Naming Pattern among Ashkenazic Jews #general

Judith Singer

I have never heard of a tradition that the mother could choose the
name of the first child and the father the second, or vice versa.
Among Eastern European Jews, most important was the custom that a
child not be named after a living relative - though two cousins might
both be named after the same grandfather, so duplication existed.
Generally, the first son was named after the paternal grandfather (if
he had died). In some families, the sons tended to be named after the
deceased relatives of the father and the girls after the deceased
relatives of the mother, in the order of grandparents first,
particularly revered ancestors next, then uncles and aunts of the
parents. In other families, all the children were named after the
deceased relatives of the father, leading to very clear naming
patterns detectable in successive generations. My experience is mainly
with Litvaks and the customs among Ukrainian or Romanian Jews or among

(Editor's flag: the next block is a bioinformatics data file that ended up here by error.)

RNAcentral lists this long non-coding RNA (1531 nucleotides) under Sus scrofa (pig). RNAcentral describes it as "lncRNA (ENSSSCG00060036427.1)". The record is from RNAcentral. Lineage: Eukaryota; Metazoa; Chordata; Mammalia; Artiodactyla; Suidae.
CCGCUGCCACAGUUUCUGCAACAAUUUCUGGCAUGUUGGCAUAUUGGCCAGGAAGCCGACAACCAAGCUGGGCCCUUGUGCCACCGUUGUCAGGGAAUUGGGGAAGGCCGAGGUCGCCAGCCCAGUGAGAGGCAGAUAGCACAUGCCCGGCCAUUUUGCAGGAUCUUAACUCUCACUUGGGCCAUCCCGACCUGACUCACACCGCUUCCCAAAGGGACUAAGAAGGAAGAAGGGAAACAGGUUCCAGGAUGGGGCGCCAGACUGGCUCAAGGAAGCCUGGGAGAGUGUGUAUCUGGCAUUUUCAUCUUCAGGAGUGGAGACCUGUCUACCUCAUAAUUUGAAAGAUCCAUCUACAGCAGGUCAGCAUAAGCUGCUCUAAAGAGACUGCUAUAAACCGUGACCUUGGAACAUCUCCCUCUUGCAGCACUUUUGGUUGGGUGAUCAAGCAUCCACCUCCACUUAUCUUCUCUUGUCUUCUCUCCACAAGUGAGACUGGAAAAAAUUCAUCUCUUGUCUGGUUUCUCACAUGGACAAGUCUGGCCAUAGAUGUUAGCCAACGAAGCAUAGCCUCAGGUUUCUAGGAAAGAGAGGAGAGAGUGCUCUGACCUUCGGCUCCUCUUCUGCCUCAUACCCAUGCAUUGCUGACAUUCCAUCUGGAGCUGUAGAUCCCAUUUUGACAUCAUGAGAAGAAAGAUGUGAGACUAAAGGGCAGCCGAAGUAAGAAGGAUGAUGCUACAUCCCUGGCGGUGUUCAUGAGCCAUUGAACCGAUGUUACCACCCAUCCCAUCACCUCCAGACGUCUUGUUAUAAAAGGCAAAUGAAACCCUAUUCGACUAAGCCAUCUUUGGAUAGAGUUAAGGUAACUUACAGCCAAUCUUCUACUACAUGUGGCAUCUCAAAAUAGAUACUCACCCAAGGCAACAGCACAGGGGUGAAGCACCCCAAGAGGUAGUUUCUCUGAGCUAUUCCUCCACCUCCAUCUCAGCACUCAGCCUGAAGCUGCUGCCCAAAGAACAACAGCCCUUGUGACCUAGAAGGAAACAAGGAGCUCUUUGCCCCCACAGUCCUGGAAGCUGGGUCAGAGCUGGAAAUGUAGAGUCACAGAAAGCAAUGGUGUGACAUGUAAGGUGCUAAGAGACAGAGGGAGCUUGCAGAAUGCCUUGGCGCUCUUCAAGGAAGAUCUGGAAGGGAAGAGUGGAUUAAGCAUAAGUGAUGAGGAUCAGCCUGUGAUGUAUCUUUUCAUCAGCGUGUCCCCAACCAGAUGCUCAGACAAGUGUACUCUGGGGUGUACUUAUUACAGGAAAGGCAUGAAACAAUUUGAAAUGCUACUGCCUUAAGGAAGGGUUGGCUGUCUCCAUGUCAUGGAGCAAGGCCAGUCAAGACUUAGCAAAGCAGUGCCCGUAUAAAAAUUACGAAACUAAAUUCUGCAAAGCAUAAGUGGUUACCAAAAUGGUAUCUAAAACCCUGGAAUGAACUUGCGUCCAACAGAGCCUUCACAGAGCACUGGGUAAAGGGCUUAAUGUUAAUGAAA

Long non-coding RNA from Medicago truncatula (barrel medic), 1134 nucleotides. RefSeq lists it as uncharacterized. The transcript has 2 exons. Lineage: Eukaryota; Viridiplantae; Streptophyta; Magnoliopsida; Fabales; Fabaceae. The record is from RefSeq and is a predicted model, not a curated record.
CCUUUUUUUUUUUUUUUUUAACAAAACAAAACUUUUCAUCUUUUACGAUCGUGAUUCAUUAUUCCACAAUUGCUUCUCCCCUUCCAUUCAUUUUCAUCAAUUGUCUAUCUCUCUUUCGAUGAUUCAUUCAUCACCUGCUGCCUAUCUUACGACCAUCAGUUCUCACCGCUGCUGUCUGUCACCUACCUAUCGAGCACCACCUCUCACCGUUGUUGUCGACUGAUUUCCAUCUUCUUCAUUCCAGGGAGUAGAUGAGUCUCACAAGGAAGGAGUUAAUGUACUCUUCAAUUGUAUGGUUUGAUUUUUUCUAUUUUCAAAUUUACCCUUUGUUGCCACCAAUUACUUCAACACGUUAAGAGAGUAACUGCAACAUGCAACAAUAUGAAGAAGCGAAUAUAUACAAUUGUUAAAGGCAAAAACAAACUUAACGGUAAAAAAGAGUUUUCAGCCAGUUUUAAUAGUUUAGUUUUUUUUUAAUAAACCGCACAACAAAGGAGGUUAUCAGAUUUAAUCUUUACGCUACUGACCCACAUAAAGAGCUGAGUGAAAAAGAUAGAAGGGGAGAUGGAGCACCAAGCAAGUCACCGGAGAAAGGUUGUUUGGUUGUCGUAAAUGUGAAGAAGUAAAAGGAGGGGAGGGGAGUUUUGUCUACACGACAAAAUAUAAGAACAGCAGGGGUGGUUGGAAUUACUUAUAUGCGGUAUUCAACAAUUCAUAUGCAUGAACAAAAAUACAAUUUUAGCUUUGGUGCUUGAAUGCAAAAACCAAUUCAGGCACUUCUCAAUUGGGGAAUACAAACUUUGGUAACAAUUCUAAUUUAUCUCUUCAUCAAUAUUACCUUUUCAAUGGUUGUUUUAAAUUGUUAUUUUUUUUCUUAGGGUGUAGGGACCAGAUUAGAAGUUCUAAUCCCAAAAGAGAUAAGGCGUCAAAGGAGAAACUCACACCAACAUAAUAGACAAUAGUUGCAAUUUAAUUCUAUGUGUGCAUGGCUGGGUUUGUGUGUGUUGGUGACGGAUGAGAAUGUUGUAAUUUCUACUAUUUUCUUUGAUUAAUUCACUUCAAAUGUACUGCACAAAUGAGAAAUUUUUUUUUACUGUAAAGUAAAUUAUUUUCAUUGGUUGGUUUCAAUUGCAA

Chasidim might have been somewhat different.

JewishGen has some information about this at and a few
subsequent slides. Both you and JewishGen refer to naming traditions
among "Ashkenazic Jews", but the Ashkenazim include German Jews, who
by the 19th century did not adhere strongly to naming traditions, and
a variety of Eastern and Central European Jews. Customs differed
somewhat >from region to region.

Judith Singer


The tradition of parents alternating when choosing names (mother
first, father second and so on) is very popular among many Hassidic
communities. The tradition goes even further to the second generation,
i.e. when a son/daughter gets a turn to name a baby >from his/her
family, the grandparents choose the name according to the above
pattern, except if there was a recent death in the family.

Rifky Gelbman